DFL primary in Senate District 11 special election

Cloquet, Minnesota. (PHOTO: Jacob Norlund, Flickr CC)

UPDATE: This post has been edited to reflect changes in the Republican nomination race.

Two Democrats, four Republicans and a member of the Legal Marijuana Now party filed for the District 11 special election for the Minnesota State Senate. But the field narrowed today during the drop period. Now, a DFL primary is slated for Jan. 22 before the rapidly approaching Feb. 5 general election.

District 11 covers Carlton, Pine and parts of St. Louis and Kanabec counties. It’s the rural east central “ribs” of Minnesota. Cloquet is an industrial paper town on the north side. Moose Lake, Pine City and Hinkley follow to the south. The Fond du Lac Band of Chippewa reservation is found here as well.

If you’re not from Senate District 11, you might also refer to this as the “Tobies” district, home of the iconic stop-off point between Duluth and the Twin Cities. Most Minnesotans have whizzed and/or eaten pastries in this part of the state.

The seat became vacant when Sen. Tony Lourey (DFL-Kerrick) resigned to become the state human services commissioner.

The DFL candidates

Stu Lourey

Almost immediately after Lourey announced his retirement, his son Stu Lourey declared his candidacy. If successful, Stu Lourey would become the third consecutive generation of his family to hold this Senate seat, starting with his grandmother Becky and continuing with his father Tony.

Lourey is a political organizer who’s worked for Sens. Al Franken and Tina Smith. He also helps with his family’s farm, a small cattle operation in Carlton County. DFL party regulars seem to be lining up with Lourey, but he’ll be running against cries of nepotism and dynasty.

The first to actually file for office, however, was Michelle Lee.

Michelle Lee

Michelle Lee

Lee, a former journalist who lives in Moose Lake, was the longtime anchor for Duluth’s NBC affiliate. She recently ran for Congress, finishing second to Joe Radinovich in the 2018 DFL primary. In that race, she carried her native 11A portion of the district, and finished second in the 11B.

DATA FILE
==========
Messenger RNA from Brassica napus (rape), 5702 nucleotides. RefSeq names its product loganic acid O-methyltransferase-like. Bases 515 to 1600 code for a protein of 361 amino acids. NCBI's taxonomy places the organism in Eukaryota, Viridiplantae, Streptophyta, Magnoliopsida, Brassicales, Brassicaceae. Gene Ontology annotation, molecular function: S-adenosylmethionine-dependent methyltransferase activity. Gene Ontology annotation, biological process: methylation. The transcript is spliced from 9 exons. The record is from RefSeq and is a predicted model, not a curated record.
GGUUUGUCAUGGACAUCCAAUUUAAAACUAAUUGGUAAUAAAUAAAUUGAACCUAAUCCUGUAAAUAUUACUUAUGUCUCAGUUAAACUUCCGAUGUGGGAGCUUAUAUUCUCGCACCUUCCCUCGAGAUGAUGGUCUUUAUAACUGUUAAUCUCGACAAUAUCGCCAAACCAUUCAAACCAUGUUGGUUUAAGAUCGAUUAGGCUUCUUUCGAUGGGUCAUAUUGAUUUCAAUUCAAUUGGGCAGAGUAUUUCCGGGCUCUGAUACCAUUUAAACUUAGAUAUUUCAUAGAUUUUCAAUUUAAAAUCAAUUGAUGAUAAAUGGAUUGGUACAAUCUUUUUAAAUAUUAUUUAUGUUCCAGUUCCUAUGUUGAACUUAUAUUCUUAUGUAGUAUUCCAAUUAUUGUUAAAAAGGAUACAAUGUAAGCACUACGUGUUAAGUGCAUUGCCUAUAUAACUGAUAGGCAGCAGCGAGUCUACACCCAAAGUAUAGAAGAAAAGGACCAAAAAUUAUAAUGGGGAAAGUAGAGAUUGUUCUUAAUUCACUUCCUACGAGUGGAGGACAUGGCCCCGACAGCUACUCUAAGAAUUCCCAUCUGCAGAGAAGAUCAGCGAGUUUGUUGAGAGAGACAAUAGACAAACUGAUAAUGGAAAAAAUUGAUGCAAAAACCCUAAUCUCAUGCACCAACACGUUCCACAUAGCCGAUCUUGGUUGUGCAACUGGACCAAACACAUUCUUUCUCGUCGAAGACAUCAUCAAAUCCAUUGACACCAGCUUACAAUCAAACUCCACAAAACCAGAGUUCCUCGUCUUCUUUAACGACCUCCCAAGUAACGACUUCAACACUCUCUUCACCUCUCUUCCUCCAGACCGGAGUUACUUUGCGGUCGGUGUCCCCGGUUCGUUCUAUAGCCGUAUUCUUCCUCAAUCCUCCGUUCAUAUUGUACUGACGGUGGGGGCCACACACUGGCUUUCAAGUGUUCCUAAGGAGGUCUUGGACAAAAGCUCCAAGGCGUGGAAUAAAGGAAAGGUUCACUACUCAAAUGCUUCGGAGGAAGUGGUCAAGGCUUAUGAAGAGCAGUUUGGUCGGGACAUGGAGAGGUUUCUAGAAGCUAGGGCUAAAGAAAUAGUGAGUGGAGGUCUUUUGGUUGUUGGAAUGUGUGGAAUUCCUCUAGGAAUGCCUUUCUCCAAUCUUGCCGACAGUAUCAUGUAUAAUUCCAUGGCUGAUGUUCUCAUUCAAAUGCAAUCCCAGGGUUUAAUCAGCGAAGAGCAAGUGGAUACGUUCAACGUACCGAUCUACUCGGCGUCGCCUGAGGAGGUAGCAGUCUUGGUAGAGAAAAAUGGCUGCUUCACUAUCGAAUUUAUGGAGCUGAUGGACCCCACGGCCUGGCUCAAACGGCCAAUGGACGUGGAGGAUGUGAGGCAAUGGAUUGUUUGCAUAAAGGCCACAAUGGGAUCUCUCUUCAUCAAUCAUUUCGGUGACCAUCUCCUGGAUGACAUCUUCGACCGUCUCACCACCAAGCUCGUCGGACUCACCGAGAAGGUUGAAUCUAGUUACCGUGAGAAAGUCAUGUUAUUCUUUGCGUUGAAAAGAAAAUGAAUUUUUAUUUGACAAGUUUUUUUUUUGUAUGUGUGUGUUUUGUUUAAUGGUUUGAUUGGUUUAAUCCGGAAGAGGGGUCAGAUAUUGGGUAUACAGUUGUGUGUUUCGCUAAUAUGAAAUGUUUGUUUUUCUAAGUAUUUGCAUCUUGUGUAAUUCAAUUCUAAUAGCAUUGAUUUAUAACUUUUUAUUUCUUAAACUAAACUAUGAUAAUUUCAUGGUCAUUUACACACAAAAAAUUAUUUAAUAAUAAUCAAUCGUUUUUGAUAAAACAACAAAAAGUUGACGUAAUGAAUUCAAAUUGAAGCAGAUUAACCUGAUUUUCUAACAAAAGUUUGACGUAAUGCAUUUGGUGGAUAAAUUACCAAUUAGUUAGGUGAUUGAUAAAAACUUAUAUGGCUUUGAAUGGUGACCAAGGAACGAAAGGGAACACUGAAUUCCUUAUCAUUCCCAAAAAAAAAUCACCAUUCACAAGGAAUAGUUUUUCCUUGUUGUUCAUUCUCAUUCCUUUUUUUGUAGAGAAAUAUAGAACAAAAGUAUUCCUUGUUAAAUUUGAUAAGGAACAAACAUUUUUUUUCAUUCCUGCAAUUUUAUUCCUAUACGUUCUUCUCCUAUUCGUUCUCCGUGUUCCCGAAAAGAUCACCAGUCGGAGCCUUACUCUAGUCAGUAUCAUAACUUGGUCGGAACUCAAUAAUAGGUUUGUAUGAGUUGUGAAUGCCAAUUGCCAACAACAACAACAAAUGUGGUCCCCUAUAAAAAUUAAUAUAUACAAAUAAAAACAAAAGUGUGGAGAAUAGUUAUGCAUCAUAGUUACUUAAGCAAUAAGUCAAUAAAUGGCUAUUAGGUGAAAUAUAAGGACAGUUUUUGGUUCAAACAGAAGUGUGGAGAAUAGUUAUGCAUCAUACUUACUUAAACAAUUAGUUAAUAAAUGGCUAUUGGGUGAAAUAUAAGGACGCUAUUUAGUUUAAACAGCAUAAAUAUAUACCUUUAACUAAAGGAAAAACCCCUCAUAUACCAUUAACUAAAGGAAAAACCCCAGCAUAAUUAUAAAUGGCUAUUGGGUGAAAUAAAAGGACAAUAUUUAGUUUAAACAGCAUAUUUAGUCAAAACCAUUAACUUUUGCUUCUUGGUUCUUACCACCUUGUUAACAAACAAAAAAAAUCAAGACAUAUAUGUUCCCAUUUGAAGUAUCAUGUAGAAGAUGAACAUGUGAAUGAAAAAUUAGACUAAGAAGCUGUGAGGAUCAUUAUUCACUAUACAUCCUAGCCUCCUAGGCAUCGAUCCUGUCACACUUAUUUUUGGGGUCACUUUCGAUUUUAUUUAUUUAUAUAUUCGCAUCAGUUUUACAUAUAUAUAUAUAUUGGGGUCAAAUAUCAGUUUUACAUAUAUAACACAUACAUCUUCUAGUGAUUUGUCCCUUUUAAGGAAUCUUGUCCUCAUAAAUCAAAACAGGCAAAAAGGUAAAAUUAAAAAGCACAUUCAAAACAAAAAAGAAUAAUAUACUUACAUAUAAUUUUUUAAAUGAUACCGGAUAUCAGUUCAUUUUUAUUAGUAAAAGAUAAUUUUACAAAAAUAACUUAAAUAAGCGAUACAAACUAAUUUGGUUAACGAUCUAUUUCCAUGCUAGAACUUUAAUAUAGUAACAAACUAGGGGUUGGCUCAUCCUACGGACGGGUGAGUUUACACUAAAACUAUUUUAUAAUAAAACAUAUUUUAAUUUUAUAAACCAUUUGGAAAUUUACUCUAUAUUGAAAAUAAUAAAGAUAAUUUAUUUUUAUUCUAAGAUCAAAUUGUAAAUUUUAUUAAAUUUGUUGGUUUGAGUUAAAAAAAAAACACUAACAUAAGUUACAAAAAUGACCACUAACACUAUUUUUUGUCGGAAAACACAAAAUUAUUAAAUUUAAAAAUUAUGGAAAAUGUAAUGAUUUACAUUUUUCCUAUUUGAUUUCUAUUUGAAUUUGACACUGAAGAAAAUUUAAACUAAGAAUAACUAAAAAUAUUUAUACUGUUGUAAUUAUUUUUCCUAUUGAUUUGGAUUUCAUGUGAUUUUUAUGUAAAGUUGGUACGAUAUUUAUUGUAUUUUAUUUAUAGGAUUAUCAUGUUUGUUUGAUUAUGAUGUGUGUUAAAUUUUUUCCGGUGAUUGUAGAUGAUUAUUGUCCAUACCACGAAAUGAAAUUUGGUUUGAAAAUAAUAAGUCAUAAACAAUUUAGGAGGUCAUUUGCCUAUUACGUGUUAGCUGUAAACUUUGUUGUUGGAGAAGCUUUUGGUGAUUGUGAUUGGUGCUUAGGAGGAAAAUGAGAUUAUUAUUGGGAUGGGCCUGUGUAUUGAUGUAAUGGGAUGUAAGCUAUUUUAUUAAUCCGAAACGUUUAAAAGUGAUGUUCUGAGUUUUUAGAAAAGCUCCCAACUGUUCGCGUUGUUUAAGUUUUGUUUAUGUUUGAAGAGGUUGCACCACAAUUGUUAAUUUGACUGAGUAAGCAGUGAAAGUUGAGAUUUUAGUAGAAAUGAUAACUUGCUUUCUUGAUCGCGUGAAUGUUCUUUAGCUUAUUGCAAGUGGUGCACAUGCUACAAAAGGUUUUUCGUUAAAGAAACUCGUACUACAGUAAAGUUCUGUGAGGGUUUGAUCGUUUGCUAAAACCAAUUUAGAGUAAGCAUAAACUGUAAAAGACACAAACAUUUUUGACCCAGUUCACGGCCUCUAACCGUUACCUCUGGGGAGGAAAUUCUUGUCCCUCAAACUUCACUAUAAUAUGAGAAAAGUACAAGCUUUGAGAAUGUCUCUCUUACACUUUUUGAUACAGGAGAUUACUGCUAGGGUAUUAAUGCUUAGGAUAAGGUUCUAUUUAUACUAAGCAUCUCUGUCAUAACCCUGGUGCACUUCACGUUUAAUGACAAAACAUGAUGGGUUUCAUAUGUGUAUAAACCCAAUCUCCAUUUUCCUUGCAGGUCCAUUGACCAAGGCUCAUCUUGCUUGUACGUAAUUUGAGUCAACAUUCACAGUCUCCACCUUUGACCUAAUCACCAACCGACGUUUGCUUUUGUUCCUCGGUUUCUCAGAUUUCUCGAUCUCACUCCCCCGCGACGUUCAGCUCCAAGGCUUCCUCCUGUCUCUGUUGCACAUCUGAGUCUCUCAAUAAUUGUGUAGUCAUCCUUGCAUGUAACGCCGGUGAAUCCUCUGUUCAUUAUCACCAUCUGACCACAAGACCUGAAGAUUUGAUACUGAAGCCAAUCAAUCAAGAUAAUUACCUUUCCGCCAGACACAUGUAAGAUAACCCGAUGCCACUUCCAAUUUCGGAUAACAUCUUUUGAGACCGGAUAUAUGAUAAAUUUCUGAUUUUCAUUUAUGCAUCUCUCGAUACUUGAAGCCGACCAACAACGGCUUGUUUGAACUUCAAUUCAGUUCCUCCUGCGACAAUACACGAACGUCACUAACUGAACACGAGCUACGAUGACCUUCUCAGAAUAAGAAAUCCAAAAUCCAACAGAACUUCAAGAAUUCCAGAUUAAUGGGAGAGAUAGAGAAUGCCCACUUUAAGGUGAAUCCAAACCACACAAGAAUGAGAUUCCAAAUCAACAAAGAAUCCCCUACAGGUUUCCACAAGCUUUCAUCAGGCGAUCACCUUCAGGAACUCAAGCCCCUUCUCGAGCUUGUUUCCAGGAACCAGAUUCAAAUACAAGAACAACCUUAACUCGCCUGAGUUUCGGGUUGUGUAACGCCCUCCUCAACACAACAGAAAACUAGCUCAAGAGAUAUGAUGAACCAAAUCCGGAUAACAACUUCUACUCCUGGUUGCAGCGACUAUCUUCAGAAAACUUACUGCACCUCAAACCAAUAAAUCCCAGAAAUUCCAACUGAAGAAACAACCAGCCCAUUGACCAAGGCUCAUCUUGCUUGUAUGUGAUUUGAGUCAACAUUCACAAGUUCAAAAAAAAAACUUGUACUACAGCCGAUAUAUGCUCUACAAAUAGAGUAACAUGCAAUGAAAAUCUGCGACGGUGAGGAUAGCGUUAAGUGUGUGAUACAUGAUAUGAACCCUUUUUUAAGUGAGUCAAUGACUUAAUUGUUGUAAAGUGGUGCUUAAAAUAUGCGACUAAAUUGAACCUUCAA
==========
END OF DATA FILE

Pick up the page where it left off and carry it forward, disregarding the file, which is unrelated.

The fact that Lee performed well in her home district despite losing the primary supports the notion that the DFL primary could be very competitive, even if sentiment for Lourey is high among DFL regulars.

The DFL won’t have an endorsing convention in time for anyone to withdraw, so Lee and Lourey are locked in for a primary.

The GOP candidates

Republicans held an endorsing convention last night. This cleared the field since all candidates agreed to abide by that endorsement.

Jason Rarick

The first GOP candidate in the race was 11B State Rep. Jason Rarick (R-Pine City). As the most successful elected Republican in SD11 he would be considered the front-runner. He was endorsed on the first ballot by local GOP delegates Tuesday night.

A self-employed master electrician, Rarick hails from the more conservative Pine County portion of the district. He first won a seat in the State House in 2014, winning re-election twice since, including last fall.

Justin Krych, a former legislative candidate and deputy chair of the Eighth District Republican Party, also filed for the office. Another prominent Republican, Pine City mayor Carl O. Pedersen, filed to run for the seat this week. So did Matthias Shir. But all withdrew Wednesday after Rarick was endorsed. Thus, no Republican primary after all.

Legal Marijuana Now

John “Sparky” Birrenbach

One unexpected outcome from the November election was that the Legal Marijuana Now party earned major party status. That means candidates have easier access to the ballot for statewide, Congressional and legislative offices running on that ticket.

In this election, John “Sparky” Birrenbach has announced his candidacy for Senate District 11 on the Legal Marijuana Now ticket. He describes himself as a father, grandfather and business owner.

This becomes an extraordinarily quick election held in the coldest part of winter. Turnout and name recognition will be huge factors, as will ability to raise enough money to launch a bare-bones campaign on the fly.

I’d probably assess this one as leaning DFL, but Republicans certainly sense a pickup opportunity. The GOP currently holds a one-vote majority in the State Senate, so every seat counts.

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